Companies like Microsoft and Oracle Have Long History of Preventing Competition for Government Contracts
By Ryan Triplette
A new research report from software and government procurement expert Michael Garland explores how legacy software providers like Microsoft and Oracle leverage their market dominance to restrict government IT systems.
As the largest IT customer in the world, there is no doubt that the fight for the U.S. government’s business is fierce. However, given that the business is paid for by taxpayer dollars, we have to ensure that the battleground for it is balanced.
The Garland report, titled “Vendor-Lock and the Lack of Competition in the Government’s COTS Software Estate,” shines an important light on how legacy software providers use the U.S. government’s dependance on dominant software to preclude competition in adjacent product markets – such as for cloud and cybersecurity services. These providers use restrictive licensing tactics – ranging from conditioning discounts on the adoption of these adjacent products to weaponizing software audits – to entrench their position with government customers. The report exposes how anti-competitive tactics not only decrease competition among government IT contracts but also cost taxpayers significant resources.
Garland Report Finds Taxpayers Foot the Bill for Microsoft’s Anti-Competitive Behavior
There are several key takeaways from the Garland report that demonstrate how the bullying tactics of certain legacy providers cost taxpayers, squash competition for government contracts, and limit the ability of the U.S. government to access best in class technologies.
Garland’s research specifically finds that:
- A five percent improvement in price performance, due to enhanced software competition, could produce savings up to $750 million annually.
- Microsoft and Oracle, the world’s two largest software companies, received 25 percent to 30 percent of their contracts without meaningful competition (and likely much more).
- In one prime example: the government was willing to spend $112 million more to buy Microsoft Office than Google Workspace to avoid switching costs.
These are staggering numbers. All the more so because they are limited just to the federal government. When one bears in mind that this behavior is also rampant throughout the public sector – including the states – and the U.S. commercial sector, it is clear that the true cost of these practices is significantly more – both to organizational bottom lines and human resources.
Lack of Healthy Competition Gives Legacy Software Companies Power Over the Government, Taxpayers, and Competition
Garland’s report also shines light on how software vendors can, “leverage their power to impose a number of harmful practices on the government.”
As noted in the report’s executive summary, this includes:
- Licensing restrictions requiring the government to repurchase previously paid for software, in order to use those applications in competitive cloud environments.
- Fixed, inflexible annual support fees, that cannot be reduced, even with reduction in software usage.
- Predatory software audits (as documented by lawsuits) used to cement contract negotiations, and in one case, force the government to spend hundreds of millions of dollars unnecessarily.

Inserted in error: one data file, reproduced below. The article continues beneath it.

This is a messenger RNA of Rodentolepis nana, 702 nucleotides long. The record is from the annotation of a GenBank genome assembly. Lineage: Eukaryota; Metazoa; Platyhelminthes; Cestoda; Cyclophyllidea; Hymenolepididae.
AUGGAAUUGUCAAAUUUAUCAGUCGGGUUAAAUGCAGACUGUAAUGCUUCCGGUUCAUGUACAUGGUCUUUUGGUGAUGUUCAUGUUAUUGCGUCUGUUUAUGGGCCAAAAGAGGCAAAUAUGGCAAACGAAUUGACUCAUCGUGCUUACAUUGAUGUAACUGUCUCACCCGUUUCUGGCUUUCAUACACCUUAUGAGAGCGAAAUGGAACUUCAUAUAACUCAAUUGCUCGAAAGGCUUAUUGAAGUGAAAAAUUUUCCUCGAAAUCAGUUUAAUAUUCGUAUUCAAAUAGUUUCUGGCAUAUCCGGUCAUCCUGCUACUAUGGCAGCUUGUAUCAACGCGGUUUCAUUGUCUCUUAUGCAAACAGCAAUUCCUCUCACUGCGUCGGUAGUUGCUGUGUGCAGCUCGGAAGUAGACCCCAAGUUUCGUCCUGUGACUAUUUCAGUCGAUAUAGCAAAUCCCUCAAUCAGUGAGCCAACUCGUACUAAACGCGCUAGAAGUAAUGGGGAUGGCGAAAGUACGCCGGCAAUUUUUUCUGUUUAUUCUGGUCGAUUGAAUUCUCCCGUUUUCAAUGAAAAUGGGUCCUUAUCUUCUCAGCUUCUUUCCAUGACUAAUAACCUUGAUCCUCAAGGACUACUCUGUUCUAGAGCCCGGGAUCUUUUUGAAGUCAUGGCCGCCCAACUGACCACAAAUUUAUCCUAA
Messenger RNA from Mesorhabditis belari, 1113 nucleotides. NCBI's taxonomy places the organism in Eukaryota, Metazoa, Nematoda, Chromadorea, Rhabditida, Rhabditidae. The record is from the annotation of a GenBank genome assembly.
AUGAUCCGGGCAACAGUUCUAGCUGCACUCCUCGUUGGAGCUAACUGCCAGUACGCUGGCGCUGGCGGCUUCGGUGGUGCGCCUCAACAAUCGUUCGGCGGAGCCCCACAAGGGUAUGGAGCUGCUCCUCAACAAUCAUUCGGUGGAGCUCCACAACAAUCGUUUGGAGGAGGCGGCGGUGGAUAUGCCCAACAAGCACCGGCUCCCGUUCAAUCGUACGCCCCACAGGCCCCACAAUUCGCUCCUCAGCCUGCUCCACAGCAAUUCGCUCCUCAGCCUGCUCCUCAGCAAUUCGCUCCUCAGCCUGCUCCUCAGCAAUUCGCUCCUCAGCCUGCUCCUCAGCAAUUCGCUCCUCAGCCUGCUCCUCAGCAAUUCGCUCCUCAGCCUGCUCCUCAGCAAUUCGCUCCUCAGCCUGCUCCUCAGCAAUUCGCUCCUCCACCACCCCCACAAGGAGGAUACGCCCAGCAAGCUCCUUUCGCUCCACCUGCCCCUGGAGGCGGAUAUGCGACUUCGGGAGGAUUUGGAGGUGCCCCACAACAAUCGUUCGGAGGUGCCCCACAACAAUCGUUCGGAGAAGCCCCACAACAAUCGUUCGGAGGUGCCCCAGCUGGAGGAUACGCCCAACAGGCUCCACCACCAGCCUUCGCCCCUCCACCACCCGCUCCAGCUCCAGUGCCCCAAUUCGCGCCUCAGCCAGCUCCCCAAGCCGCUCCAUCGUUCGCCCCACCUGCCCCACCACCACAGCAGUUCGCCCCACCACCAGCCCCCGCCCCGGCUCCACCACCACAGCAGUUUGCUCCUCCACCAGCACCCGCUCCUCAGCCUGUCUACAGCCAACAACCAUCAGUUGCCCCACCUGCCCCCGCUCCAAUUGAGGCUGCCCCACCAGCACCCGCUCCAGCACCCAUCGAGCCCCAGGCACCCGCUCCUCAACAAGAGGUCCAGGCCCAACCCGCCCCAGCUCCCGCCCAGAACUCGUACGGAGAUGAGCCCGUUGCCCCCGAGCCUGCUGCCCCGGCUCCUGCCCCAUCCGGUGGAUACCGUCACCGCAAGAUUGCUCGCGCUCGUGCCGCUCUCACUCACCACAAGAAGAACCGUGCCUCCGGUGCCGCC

If there is any question as to the frequency of these practices, one need look no further that a recent report by the Office of Inspector General for NASA questioned $35 million ($20 million in penalties and $15 million in overspend) to Oracle alone over the past five years, attributing the overspend to concerns about the about an audit of an old license.
The good news is that bipartisan members of Congress have already expressed concern over this predatory behavior. In a letter to the Government Accountability Office Comptroller General, Homeland Security and Governmental Affairs Committee Chairman Gary Peters and Senator Joni Ernst said, “We are concerned with recent reports that federal government contracting for certain software licensing agreements may be predicated on the use of a company’s cloud services…Specifically, we are concerned that such restrictions may reduce Federal agency capabilities, increase costs, and add unnecessary complexity to the contracting process.”
Further, the Strengthening Agency Management and Oversight of Software Assets (SAMOSA) Act – bipartisan and bicameral legislation from last Congress that we expect to be reintroduced later this year – would significantly improve the government IT procurement process as outlined in an earlier blog by the Coalition. The Senate should swiftly move to introduce this bill again and pass companion legislation soon.
The U.S. federal government is the largest single consumer of IT on the planet and companies like Microsoft and Oracle use restrictive licensing tactics to stamp out healthy competition for government contracts and drive up costs to taxpayers. The same can be said for the private sector where they drive up costs for businesses, regardless of size.
As stewards of our taxpayer dollars, regulators and lawmakers in Washington have a responsibility to ensure the competitive acquisition and efficient management of software assets by promoting clarity in licensing terms and choice of vendors. This not only helps to serve the purposes of IT customers in the US government, but will pave the way for IT customers throughout the public and commercial sectors.
Until then, taxpayers – and software customers around the world – will remain on the hook to pay for these companies’ predatory tactics.